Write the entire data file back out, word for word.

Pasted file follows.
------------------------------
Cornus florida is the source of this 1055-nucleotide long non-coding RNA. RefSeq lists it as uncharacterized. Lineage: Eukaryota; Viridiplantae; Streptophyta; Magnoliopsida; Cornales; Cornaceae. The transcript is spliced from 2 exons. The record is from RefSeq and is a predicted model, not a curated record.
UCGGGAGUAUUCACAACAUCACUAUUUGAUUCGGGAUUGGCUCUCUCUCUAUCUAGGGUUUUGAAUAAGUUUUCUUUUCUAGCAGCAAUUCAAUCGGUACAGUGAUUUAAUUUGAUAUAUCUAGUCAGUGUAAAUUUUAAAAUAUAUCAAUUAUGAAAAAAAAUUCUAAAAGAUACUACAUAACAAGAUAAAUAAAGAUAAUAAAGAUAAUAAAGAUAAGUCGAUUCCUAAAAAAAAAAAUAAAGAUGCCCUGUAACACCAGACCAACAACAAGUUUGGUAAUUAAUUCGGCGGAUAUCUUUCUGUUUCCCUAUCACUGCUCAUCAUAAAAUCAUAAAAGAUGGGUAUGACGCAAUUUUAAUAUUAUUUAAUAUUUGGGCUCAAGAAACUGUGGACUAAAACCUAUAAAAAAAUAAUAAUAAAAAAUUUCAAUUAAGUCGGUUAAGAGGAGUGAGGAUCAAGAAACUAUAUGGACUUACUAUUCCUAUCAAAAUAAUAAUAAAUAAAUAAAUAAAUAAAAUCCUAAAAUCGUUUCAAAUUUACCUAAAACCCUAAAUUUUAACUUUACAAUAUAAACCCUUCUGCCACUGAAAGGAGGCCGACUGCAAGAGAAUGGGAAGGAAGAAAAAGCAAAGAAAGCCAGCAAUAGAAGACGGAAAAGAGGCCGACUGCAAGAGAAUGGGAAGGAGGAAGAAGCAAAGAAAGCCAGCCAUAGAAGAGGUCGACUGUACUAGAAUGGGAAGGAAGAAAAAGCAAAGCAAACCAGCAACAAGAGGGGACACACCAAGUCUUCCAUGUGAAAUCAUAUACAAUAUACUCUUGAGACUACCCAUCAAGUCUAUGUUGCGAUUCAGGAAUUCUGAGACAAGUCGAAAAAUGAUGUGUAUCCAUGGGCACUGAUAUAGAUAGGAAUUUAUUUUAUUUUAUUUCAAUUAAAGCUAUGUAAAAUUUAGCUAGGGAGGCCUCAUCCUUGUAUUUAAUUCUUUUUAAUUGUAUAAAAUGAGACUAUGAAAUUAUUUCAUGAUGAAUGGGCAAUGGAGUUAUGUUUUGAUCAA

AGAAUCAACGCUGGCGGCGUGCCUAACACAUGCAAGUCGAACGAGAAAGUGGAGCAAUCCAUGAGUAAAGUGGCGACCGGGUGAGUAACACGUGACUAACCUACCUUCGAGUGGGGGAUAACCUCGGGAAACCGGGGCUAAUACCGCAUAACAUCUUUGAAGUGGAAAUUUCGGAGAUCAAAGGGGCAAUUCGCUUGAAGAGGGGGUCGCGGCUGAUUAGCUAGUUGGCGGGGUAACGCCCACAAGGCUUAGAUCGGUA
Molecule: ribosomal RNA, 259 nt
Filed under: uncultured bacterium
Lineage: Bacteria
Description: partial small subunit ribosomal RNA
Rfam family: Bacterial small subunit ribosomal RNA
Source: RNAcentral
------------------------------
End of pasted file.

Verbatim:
Cornus florida is the source of this 1055-nucleotide long non-coding RNA. RefSeq lists it as uncharacterized. Lineage: Eukaryota; Viridiplantae; Streptophyta; Magnoliopsida; Cornales; Cornaceae. The transcript is spliced from 2 exons. The record is from RefSeq and is a predicted model, not a curated record.
UCGGGAGUAUUCACAACAUCACUAUUUGAUUCGGGAUUGGCUCUCUCUCUAUCUAGGGUUUUGAAUAAGUUUUCUUUUCUAGCAGCAAUUCAAUCGGUACAGUGAUUUAAUUUGAUAUAUCUAGUCAGUGUAAAUUUUAAAAUAUAUCAAUUAUGAAAAAAAAUUCUAAAAGAUACUACAUAACAAGAUAAAUAAAGAUAAUAAAGAUAAUAAAGAUAAGUCGAUUCCUAAAAAAAAAAAUAAAGAUGCCCUGUAACACCAGACCAACAACAAGUUUGGUAAUUAAUUCGGCGGAUAUCUUUCUGUUUCCCUAUCACUGCUCAUCAUAAAAUCAUAAAAGAUGGGUAUGACGCAAUUUUAAUAUUAUUUAAUAUUUGGGCUCAAGAAACUGUGGACUAAAACCUAUAAAAAAAUAAUAAUAAAAAAUUUCAAUUAAGUCGGUUAAGAGGAGUGAGGAUCAAGAAACUAUAUGGACUUACUAUUCCUAUCAAAAUAAUAAUAAAUAAAUAAAUAAAUAAAAUCCUAAAAUCGUUUCAAAUUUACCUAAAACCCUAAAUUUUAACUUUACAAUAUAAACCCUUCUGCCACUGAAAGGAGGCCGACUGCAAGAGAAUGGGAAGGAAGAAAAAGCAAAGAAAGCCAGCAAUAGAAGACGGAAAAGAGGCCGACUGCAAGAGAAUGGGAAGGAGGAAGAAGCAAAGAAAGCCAGCCAUAGAAGAGGUCGACUGUACUAGAAUGGGAAGGAAGAAAAAGCAAAGCAAACCAGCAACAAGAGGGGACACACCAAGUCUUCCAUGUGAAAUCAUAUACAAUAUACUCUUGAGACUACCCAUCAAGUCUAUGUUGCGAUUCAGGAAUUCUGAGACAAGUCGAAAAAUGAUGUGUAUCCAUGGGCACUGAUAUAGAUAGGAAUUUAUUUUAUUUUAUUUCAAUUAAAGCUAUGUAAAAUUUAGCUAGGGAGGCCUCAUCCUUGUAUUUAAUUCUUUUUAAUUGUAUAAAAUGAGACUAUGAAAUUAUUUCAUGAUGAAUGGGCAAUGGAGUUAUGUUUUGAUCAA

AGAAUCAACGCUGGCGGCGUGCCUAACACAUGCAAGUCGAACGAGAAAGUGGAGCAAUCCAUGAGUAAAGUGGCGACCGGGUGAGUAACACGUGACUAACCUACCUUCGAGUGGGGGAUAACCUCGGGAAACCGGGGCUAAUACCGCAUAACAUCUUUGAAGUGGAAAUUUCGGAGAUCAAAGGGGCAAUUCGCUUGAAGAGGGGGUCGCGGCUGAUUAGCUAGUUGGCGGGGUAACGCCCACAAGGCUUAGAUCGGUA
Molecule: ribosomal RNA, 259 nt
Filed under: uncultured bacterium
Lineage: Bacteria
Description: partial small subunit ribosomal RNA
Rfam family: Bacterial small subunit ribosomal RNA
Source: RNAcentral